- The Washington Times - Friday, September 27, 2002

When I attended a briefing for black journalists with U.N. Secretary-General Kofi Annan in New York this summer, he made a remark that really hit home.
"People around the world need information to protect themselves," Mr. Annan said in response to a question about U.N. efforts to tackle the worldwide HIV/AIDS pandemic.
Folks, particularly in this country, are generally unaware of how the less-heady grass-roots work of varied U.N. agencies applies in their daily lives, Mr. Annan stated.
"True that," as the teens talk, especially when it comes to combatting and eradicating deadly diseases that know no geographic or gender, ethnic or economic borders such as HIV/AIDS.
On that late-July day, the dozen journalists gathered heard a riveting staff briefing replete with grave statistics on the increasing numbers of new cases spreading rapidly not only throughout the African continent, but also in Asia and Eastern Europe. On the heels of the Bush administration's discontinuation of funding for foreign birth-control programs, we were told that much of that money paid for educational campaigns aimed primarily at women who are infected at a rate two to three times higher than men.
Further, 14 million children have been orphaned as a result of the number of AIDS deaths during the past decade.
I listened intently to these lectures presented by Bertil Lindblad, deputy director of UNAIDS, and Hazel De wet, New York liaison officer of UNAIDS, as they rattled off mind-blowing numbers, predicting as many as 68 million additional deaths worldwide, 55 million in Africa alone, by the year 2020. Mr. Lindblad noted the alarming and "astonishing lack of knowledge about AIDS, and transmission, and prevention and sexuality among the young people surveyed."
I came away grateful for their research, their resources and their tireless resolve to deal with what seems an insurmountable public health issue. However, I was reminded that I know where there's a neglected HIV/AIDS epidemic. It doesn't require me to board a train at Union Station or an overseas flight at Washington Dulles International Airport.
Right here in the nation's capital, we have the dubious distinction of having a per-capita infection rate that's 12 times higher than any other place in the country, according to Michael Cover of the Whitman-Walker Clinic. Here, too, women are contracting the disease at a higher rate, primarily as a result of injection drug use.
In the District, 1 in 20 adults is HIV positive. The disease is the third-largest cause of death for residents aged 30 to 44. The rate of AIDS deaths is seven times higher than the national average. City health officials estimate that 40 percent of those infected are intravenous drug users.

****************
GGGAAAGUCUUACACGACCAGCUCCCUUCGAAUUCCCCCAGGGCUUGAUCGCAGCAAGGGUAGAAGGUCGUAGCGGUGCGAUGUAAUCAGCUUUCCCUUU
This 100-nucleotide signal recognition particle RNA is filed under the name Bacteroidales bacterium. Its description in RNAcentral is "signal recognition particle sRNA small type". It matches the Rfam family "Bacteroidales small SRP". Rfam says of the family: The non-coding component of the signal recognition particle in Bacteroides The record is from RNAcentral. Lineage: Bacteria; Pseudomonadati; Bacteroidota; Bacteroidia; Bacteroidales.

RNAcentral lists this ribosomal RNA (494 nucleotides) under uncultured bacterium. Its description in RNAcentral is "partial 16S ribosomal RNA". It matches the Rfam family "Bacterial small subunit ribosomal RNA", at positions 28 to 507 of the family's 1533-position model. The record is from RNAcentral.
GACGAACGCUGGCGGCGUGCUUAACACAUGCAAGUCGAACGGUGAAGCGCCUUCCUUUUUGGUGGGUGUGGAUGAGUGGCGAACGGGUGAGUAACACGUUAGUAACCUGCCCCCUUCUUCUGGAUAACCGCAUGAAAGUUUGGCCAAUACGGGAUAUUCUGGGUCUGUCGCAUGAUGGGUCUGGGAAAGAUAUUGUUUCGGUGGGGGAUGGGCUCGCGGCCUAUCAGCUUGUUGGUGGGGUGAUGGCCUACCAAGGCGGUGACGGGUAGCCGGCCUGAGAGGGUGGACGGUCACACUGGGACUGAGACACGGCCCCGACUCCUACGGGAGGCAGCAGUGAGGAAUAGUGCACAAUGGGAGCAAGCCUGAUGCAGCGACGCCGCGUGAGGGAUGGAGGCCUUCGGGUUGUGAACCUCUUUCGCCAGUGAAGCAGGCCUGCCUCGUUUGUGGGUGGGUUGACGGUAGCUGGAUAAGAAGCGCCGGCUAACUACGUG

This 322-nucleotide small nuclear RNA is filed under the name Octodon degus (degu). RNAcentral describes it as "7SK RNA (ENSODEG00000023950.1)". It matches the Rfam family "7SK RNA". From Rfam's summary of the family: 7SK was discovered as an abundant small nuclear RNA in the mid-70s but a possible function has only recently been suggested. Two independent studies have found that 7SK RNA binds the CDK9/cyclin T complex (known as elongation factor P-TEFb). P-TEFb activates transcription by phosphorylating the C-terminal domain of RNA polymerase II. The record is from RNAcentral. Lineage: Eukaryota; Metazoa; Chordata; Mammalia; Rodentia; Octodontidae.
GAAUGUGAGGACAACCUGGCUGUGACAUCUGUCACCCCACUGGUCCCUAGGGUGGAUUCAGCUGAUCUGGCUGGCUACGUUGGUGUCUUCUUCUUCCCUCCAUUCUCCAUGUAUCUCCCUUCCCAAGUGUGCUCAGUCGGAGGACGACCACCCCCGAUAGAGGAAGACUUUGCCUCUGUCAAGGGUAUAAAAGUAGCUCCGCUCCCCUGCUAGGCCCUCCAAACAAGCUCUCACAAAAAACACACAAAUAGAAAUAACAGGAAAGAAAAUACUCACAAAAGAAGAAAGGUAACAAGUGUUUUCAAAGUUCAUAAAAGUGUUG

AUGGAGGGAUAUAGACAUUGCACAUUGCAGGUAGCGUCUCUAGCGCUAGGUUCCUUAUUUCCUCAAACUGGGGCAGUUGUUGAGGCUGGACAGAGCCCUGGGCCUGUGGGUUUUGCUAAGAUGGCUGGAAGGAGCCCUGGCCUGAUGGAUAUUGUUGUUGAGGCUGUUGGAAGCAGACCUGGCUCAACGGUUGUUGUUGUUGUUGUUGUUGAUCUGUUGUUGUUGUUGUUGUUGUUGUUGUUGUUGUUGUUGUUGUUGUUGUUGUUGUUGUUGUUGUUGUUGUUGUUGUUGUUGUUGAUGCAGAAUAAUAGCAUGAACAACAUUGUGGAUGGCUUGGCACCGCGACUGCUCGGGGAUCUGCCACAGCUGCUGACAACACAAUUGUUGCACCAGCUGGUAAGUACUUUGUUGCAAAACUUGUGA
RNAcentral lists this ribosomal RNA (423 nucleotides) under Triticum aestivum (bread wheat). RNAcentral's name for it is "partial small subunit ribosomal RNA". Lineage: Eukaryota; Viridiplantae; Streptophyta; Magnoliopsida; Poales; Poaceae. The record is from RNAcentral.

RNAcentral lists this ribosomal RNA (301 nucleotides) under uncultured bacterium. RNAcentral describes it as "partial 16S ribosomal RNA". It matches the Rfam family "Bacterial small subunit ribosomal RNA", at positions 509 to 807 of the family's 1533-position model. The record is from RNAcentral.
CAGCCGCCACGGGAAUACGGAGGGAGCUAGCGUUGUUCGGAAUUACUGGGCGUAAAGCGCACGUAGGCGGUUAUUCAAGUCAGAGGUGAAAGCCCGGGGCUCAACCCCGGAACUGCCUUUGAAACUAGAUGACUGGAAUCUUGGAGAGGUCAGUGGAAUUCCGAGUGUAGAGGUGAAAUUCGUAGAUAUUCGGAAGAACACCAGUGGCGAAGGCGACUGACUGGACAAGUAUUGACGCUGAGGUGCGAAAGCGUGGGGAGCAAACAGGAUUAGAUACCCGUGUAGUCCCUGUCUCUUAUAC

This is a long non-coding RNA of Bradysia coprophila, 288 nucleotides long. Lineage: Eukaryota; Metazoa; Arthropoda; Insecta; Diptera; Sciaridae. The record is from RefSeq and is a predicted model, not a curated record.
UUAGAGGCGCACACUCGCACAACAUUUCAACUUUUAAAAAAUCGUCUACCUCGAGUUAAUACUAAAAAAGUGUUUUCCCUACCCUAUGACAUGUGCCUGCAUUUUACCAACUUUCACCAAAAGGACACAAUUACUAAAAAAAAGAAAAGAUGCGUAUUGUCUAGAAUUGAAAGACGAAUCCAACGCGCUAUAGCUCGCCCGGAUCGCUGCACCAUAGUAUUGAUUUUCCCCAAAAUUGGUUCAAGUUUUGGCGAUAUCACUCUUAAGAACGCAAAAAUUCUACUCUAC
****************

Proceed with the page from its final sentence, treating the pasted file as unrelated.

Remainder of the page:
While the District's mayor and council are negotiating cuts and tax increases to cover a $323 million shortfall in the fiscal 2003 budget, the House subcommittee with oversight of the District met yesterday for its preliminary approval of the city's appropriations bill even as it awaits the final figures to be presented by Oct. 1.
While D.C. Delegate Eleanor Holmes Norton called the meeting "the smoothest of my 12 years in Congress," she noted that the measure still contains old riders that prohibit the use of local funds for programs such as a needle exchange designed to prevent the spread of HIV/AIDS.
No needle-exchange funds are currently on the chopping block because the city has been prohibited primarily by the House from using local funds for this local problem by politicians who don't represent local people.
Earlier this week, A. Cornelius Baker, executive director of Whitman-Walker, sent a letter to the House Appropriations District of Columbia subcommittee asking its members "not to include language in the bill that would restrict the District's ability to prevent the spread of HIV/AIDS, and other blood-borne diseases, such as Hepatitis B and C, through needle-exchange programs."
But the House left the old language intact. It is not clear whether the issue will be revisited. "This is not a fight we can be prepared to lose unless we're willing to sacrifice the lives of men, women and children in the District of Columbia. The fight isn't over yet," Mrs. Norton said.
Reportedly, the Centers for Disease Control and Prevention, the National Institutes of Health, the American Medical Association, the National Academy of Sciences, two former surgeons general and a host of other independent researchers have released studies and statements that indicate that needle-exchange programs significantly decrease the spread of HIV-AIDS without increasing drug use.
Even D.C. police Chief Charles H. Ramsey, who has been tough on illegal drug use, has been supportive of the needle exchange-program..
None condones drug use. But let's be realistic. We can turn a blind eye and act as if there is no correlation between intravenous drug use and HIV infection. Or we can attempt to attack the spread of this disease through various life-saving measures, such as needle exchanges while we figure out how to provide addicts with real resources that will help them kick their habits.
Folks need to get beyond their judgmental attitudes, learn the facts and get busy helping to arrest this disease, which is not only a worldwide pandemic, but an epidemic in their own back yards.
One way for local individuals to help while world, national and local politicians haggle, is to join Whitman-Walker's 16th annual AIDS Walk on Oct. 5. Mr. Cover said that the minimum $25 registration fee could pay for one bag of groceries for someone living with HIV/AIDS or an HIV test.
More information on the AIDS Walk can be found at www.aidswalkwashington.org, or by calling 202/332-WALK (9255).


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